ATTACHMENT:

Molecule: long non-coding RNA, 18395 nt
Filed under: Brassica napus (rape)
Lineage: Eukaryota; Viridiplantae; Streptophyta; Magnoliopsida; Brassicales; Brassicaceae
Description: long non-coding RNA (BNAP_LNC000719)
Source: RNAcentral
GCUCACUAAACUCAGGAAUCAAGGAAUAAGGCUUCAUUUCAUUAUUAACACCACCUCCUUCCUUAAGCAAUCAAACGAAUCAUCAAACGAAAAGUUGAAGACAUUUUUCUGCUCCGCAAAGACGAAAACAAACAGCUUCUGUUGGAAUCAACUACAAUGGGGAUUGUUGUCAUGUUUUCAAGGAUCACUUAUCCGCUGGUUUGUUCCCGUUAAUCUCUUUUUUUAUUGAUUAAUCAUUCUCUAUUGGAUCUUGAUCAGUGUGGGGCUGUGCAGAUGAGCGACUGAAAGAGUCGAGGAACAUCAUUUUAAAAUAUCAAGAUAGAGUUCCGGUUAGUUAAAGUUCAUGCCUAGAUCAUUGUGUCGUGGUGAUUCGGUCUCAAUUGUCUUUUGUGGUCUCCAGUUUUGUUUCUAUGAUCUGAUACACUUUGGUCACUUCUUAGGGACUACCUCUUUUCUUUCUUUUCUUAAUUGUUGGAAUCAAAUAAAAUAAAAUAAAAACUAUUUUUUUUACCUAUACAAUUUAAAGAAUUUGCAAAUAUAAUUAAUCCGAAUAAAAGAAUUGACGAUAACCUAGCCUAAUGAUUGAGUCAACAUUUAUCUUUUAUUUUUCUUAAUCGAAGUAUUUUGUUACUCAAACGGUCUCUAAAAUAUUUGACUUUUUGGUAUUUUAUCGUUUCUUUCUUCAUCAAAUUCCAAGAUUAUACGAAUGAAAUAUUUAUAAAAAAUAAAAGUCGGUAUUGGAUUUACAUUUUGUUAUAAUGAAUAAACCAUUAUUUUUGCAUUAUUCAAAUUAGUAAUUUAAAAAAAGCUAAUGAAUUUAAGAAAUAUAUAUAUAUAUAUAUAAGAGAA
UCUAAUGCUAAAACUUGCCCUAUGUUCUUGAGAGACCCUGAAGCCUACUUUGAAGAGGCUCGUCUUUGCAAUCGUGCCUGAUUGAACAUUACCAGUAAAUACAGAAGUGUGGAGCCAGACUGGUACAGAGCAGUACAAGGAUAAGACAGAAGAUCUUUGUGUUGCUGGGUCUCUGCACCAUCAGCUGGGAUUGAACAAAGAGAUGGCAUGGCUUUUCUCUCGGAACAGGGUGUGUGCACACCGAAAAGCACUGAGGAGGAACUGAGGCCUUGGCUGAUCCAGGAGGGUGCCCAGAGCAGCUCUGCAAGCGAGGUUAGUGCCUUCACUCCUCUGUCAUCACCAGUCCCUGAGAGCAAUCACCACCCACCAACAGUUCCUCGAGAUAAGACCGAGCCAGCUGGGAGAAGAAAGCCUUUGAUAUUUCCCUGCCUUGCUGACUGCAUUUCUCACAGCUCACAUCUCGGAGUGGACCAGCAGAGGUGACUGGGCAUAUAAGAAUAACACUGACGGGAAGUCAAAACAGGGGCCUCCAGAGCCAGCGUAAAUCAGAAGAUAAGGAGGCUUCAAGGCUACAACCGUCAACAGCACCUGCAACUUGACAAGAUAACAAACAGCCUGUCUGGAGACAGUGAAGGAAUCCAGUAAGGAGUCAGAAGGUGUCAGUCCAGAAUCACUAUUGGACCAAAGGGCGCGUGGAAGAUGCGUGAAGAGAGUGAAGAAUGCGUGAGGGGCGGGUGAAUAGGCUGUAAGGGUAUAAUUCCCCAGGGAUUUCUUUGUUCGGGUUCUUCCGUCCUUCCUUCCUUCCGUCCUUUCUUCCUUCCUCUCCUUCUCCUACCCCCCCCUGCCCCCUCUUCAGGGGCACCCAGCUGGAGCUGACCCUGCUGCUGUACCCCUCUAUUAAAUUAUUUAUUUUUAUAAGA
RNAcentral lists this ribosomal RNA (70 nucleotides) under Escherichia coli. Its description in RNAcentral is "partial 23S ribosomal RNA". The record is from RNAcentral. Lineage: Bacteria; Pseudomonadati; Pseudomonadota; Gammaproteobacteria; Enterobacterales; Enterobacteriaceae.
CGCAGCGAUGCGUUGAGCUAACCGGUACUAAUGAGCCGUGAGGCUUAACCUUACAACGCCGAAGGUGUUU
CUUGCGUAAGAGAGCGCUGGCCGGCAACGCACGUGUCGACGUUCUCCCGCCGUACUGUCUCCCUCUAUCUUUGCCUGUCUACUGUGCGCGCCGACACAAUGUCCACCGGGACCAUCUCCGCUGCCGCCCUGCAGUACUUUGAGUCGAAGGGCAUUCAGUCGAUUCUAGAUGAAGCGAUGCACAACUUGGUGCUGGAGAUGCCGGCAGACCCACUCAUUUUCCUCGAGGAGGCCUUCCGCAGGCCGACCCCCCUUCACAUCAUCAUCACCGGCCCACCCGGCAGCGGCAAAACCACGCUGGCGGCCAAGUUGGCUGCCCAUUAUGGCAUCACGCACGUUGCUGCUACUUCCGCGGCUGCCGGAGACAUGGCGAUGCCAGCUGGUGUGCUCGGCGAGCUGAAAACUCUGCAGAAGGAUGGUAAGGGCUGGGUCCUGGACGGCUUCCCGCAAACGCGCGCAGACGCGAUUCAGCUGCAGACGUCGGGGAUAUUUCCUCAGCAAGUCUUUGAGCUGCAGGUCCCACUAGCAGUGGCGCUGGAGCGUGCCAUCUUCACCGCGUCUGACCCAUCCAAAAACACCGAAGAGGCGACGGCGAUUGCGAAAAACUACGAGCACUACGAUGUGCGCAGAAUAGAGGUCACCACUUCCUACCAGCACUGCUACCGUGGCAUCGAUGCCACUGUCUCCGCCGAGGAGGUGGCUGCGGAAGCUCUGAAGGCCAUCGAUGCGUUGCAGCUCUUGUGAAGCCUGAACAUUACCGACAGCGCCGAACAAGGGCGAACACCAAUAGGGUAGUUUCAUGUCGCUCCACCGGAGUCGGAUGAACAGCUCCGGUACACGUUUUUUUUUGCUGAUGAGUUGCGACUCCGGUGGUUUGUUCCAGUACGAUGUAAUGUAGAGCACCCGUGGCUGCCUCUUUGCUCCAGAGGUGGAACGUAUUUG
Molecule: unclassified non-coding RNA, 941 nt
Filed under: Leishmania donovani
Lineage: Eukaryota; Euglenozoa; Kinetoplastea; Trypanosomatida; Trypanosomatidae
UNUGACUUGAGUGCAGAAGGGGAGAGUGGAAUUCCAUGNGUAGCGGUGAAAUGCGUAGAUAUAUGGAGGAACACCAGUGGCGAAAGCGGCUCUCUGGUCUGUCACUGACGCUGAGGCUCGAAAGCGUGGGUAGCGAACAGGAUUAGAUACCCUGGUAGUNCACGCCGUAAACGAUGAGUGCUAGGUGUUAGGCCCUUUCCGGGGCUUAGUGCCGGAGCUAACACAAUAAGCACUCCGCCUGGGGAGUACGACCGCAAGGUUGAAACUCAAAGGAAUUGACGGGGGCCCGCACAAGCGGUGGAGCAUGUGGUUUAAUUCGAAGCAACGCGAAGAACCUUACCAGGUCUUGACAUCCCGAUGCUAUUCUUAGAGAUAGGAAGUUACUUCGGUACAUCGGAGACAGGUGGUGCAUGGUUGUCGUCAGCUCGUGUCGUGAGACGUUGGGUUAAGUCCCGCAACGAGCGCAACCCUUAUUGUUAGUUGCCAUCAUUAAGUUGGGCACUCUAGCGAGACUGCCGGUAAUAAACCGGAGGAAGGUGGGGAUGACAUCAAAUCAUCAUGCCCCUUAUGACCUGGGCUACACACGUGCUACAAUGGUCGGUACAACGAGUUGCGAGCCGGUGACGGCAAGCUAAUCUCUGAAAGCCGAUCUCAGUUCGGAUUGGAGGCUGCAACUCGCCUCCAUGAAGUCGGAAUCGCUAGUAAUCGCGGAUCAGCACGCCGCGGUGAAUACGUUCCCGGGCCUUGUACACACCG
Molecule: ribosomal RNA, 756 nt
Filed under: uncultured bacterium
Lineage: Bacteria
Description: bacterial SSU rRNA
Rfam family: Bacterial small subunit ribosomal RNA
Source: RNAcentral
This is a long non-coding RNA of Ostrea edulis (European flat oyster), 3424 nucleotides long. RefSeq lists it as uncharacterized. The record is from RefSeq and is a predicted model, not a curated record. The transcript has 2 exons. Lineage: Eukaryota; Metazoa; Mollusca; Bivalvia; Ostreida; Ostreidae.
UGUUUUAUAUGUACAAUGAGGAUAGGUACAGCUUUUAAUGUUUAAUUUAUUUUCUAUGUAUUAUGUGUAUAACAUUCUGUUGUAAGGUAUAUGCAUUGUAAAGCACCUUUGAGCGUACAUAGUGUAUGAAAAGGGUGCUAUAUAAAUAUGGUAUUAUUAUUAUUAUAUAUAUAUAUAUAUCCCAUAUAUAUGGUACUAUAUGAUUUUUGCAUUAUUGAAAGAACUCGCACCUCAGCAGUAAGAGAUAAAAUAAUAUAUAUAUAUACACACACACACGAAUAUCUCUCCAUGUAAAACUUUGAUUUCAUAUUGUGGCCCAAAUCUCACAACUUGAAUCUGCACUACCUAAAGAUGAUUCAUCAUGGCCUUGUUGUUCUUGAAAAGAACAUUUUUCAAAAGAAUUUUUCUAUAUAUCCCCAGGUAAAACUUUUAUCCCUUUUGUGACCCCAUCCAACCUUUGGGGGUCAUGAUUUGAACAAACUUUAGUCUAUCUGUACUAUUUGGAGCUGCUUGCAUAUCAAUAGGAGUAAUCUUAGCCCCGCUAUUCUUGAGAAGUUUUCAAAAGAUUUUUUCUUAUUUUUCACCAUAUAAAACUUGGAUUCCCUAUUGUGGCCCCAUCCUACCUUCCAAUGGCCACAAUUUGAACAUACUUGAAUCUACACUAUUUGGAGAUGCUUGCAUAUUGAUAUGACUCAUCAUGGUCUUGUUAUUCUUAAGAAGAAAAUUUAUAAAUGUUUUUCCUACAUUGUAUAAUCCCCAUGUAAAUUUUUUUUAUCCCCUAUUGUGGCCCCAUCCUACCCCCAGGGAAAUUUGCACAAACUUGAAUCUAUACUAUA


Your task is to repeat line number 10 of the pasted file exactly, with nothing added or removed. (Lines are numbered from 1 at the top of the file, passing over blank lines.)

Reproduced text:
CUUGCGUAAGAGAGCGCUGGCCGGCAACGCACGUGUCGACGUUCUCCCGCCGUACUGUCUCCCUCUAUCUUUGCCUGUCUACUGUGCGCGCCGACACAAUGUCCACCGGGACCAUCUCCGCUGCCGCCCUGCAGUACUUUGAGUCGAAGGGCAUUCAGUCGAUUCUAGAUGAAGCGAUGCACAACUUGGUGCUGGAGAUGCCGGCAGACCCACUCAUUUUCCUCGAGGAGGCCUUCCGCAGGCCGACCCCCCUUCACAUCAUCAUCACCGGCCCACCCGGCAGCGGCAAAACCACGCUGGCGGCCAAGUUGGCUGCCCAUUAUGGCAUCACGCACGUUGCUGCUACUUCCGCGGCUGCCGGAGACAUGGCGAUGCCAGCUGGUGUGCUCGGCGAGCUGAAAACUCUGCAGAAGGAUGGUAAGGGCUGGGUCCUGGACGGCUUCCCGCAAACGCGCGCAGACGCGAUUCAGCUGCAGACGUCGGGGAUAUUUCCUCAGCAAGUCUUUGAGCUGCAGGUCCCACUAGCAGUGGCGCUGGAGCGUGCCAUCUUCACCGCGUCUGACCCAUCCAAAAACACCGAAGAGGCGACGGCGAUUGCGAAAAACUACGAGCACUACGAUGUGCGCAGAAUAGAGGUCACCACUUCCUACCAGCACUGCUACCGUGGCAUCGAUGCCACUGUCUCCGCCGAGGAGGUGGCUGCGGAAGCUCUGAAGGCCAUCGAUGCGUUGCAGCUCUUGUGAAGCCUGAACAUUACCGACAGCGCCGAACAAGGGCGAACACCAAUAGGGUAGUUUCAUGUCGCUCCACCGGAGUCGGAUGAACAGCUCCGGUACACGUUUUUUUUUGCUGAUGAGUUGCGACUCCGGUGGUUUGUUCCAGUACGAUGUAAUGUAGAGCACCCGUGGCUGCCUCUUUGCUCCAGAGGUGGAACGUAUUUG